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Game of Life

It's the famous Conway's Game of Life.

It's not really a game but a cellular automaton devised by the British mathematician John Horton Conway in 1970. It is a zero-player game, meaning that its evolution is determined by its initial state, requiring no further input. One interacts with the Game of Life by creating an initial configuration and observing how it evolves.

The universe of the Game of Life is an infinite, two-dimensional orthogonal grid of square cells (in this case it's limitated), each of which is in one of two possible states, live or dead, (or populated and unpopulated, respectively). Every cell interacts with its eight neighbours, which are the cells that are horizontally, vertically, or diagonally adjacent. At each step in time, the following transitions occur:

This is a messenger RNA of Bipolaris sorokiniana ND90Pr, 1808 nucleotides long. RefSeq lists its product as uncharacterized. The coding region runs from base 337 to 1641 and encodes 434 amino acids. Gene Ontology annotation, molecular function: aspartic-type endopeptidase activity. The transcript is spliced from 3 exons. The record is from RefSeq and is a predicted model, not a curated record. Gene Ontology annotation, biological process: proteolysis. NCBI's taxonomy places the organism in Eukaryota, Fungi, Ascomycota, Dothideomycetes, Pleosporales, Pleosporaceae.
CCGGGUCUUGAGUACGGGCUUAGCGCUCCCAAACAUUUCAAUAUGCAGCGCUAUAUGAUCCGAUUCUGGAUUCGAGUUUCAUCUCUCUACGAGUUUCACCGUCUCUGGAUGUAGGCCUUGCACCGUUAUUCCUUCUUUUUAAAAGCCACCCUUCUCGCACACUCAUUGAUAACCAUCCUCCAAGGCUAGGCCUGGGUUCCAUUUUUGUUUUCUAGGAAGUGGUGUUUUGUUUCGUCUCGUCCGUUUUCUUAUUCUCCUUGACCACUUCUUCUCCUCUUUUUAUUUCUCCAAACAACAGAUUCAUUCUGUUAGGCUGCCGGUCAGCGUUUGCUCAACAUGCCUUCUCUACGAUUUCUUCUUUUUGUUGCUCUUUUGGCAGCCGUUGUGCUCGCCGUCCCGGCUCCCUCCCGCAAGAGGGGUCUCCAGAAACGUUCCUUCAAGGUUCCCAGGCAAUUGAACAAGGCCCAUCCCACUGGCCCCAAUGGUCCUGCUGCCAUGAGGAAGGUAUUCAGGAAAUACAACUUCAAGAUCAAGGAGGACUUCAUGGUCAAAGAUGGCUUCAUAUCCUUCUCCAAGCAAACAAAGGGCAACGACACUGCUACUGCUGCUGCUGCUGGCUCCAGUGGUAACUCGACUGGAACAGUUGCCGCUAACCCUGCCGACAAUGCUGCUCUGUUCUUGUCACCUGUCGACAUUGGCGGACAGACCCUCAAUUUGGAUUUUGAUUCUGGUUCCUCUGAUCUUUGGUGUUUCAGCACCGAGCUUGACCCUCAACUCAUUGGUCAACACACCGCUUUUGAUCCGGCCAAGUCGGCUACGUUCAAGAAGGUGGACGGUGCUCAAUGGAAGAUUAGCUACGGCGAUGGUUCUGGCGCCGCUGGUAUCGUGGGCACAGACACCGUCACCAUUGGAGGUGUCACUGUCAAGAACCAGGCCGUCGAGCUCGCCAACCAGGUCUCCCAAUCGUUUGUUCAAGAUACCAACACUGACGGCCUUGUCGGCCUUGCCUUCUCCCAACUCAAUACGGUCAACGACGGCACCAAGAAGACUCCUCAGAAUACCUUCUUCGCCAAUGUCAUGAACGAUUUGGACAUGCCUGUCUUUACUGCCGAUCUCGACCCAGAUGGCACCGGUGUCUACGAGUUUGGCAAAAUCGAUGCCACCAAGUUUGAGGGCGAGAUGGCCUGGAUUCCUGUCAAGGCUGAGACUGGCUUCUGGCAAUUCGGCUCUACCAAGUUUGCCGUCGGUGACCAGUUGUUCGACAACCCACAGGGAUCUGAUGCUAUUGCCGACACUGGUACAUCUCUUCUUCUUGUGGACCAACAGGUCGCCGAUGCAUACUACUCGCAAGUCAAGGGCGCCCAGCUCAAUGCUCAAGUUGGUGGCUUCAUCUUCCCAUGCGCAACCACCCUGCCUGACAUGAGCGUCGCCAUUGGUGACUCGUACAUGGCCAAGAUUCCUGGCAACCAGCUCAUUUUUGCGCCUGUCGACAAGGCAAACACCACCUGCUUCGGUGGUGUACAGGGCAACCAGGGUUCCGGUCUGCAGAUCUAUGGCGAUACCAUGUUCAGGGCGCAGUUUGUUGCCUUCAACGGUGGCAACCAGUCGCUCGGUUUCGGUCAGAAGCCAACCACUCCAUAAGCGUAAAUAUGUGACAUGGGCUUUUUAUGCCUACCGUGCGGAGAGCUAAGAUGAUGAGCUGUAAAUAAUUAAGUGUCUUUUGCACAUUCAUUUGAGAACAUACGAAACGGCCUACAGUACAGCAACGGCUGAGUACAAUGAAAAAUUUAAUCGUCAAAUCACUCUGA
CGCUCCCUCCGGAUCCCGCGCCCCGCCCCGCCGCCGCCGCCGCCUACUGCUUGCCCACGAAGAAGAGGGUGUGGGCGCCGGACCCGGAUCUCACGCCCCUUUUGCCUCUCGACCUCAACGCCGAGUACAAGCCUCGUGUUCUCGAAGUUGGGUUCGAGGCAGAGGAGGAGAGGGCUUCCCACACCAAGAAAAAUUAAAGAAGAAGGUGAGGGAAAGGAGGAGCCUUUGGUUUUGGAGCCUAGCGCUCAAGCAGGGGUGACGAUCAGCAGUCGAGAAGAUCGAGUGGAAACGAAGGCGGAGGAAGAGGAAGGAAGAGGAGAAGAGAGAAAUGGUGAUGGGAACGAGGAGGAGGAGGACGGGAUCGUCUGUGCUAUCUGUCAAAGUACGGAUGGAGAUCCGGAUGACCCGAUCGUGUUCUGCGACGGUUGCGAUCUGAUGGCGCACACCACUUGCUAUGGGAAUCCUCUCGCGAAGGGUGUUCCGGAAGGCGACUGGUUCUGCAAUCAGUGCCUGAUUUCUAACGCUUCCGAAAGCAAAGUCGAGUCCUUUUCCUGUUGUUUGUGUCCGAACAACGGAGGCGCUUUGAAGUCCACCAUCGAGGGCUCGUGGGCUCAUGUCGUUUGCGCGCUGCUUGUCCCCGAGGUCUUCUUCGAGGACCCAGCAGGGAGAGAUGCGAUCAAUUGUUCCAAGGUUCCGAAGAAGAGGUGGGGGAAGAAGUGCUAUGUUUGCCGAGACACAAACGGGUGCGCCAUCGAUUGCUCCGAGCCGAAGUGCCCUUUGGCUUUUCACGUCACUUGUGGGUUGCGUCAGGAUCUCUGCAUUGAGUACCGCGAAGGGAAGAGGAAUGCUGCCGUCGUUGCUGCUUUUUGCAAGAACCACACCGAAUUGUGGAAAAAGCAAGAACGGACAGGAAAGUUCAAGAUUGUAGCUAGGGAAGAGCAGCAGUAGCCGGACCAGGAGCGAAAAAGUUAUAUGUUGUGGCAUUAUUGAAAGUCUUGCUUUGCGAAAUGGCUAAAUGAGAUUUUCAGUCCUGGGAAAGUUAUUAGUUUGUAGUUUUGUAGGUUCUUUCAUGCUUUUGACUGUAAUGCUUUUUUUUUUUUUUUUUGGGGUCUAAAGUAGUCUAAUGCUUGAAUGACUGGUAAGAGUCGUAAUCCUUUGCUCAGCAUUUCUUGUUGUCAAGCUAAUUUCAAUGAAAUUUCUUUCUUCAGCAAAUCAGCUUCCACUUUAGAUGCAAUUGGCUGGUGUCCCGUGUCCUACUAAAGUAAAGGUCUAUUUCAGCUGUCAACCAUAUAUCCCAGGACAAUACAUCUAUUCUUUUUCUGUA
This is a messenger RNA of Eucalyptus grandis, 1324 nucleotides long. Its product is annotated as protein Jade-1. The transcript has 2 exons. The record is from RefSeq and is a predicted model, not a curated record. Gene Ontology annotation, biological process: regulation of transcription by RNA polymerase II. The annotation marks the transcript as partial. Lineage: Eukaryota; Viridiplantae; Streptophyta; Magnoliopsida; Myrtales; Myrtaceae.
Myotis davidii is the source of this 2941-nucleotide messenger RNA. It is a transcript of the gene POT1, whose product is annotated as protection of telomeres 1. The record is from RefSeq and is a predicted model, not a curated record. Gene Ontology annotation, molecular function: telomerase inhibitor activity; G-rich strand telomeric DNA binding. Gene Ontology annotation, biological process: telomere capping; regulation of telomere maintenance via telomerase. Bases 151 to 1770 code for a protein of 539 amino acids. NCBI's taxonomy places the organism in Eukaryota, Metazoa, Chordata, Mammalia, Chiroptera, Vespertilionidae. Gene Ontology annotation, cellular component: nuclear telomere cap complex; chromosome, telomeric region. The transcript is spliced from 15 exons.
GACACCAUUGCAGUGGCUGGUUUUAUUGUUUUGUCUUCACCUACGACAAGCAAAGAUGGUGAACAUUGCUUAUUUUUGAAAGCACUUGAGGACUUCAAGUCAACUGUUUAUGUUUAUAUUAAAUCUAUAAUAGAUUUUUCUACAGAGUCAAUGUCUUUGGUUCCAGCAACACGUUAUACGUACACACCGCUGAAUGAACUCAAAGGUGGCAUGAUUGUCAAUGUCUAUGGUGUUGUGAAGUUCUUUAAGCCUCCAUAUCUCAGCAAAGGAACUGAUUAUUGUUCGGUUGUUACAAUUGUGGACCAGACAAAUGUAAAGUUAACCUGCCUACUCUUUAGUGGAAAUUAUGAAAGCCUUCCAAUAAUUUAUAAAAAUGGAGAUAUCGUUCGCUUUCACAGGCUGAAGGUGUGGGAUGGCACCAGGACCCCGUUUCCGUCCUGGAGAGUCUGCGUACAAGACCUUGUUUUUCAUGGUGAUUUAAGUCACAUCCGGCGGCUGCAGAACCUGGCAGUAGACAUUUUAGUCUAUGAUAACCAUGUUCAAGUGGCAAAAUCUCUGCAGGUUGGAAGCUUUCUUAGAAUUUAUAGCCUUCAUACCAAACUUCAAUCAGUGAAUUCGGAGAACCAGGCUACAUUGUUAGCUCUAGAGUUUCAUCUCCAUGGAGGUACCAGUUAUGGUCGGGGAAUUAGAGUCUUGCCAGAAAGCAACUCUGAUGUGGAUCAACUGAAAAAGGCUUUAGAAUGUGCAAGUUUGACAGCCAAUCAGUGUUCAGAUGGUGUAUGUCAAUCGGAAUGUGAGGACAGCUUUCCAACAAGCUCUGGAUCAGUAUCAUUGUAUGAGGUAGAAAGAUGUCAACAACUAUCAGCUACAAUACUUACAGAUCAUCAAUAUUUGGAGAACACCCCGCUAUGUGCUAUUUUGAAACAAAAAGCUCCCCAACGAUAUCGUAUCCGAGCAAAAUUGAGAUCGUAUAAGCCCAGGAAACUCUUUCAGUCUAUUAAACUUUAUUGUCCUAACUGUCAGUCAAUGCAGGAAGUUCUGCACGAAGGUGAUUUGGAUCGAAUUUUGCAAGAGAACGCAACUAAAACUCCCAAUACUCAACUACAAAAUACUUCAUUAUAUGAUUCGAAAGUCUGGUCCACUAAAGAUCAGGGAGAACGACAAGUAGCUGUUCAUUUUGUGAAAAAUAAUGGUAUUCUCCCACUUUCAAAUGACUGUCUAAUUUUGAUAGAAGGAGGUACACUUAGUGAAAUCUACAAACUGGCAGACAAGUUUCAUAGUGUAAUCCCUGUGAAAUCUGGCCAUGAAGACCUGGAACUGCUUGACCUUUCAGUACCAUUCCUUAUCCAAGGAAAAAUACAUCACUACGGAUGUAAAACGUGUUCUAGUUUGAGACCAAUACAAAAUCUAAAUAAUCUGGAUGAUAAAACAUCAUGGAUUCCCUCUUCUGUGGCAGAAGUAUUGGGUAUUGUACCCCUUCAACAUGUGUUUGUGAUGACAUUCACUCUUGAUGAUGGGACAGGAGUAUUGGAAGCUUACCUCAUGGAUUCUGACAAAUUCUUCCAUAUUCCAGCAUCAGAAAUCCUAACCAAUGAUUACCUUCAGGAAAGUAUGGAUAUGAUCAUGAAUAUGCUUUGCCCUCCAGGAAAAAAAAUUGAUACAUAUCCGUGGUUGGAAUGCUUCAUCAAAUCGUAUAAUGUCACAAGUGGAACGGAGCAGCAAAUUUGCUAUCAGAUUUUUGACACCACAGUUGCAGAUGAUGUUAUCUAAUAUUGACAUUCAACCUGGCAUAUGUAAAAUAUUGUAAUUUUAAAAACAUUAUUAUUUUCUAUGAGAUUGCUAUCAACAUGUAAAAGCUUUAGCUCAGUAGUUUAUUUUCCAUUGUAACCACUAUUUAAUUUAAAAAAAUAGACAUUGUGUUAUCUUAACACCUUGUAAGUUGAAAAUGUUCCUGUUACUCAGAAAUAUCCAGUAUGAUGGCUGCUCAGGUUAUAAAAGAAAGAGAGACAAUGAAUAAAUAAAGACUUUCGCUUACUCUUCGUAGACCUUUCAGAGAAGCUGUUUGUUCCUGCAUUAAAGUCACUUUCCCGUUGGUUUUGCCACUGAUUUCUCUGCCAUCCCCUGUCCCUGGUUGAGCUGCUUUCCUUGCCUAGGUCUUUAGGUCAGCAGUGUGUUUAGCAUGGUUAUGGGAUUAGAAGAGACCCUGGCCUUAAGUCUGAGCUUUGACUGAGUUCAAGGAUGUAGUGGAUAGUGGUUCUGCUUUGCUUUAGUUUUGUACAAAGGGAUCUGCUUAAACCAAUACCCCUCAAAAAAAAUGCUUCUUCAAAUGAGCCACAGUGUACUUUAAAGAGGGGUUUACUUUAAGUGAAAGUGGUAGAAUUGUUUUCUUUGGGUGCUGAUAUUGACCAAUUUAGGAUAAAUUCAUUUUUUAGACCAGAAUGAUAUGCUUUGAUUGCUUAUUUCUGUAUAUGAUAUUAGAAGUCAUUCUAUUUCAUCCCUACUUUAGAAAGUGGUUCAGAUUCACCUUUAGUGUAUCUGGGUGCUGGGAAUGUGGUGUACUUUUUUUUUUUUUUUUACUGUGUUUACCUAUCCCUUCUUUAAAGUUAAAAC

1. Any live cell with two or three live neighbours survives.

  2. Any dead cell with three live neighbours becomes a live cell.

  3. All other live cells die in the next generation. Similarly, all other dead cells stay dead.

This version offers a collection of presetted 'objects' you can place on the grid and play arround, have fun! :)

Scripts & Videogames by Christophe Blattmann

Free download

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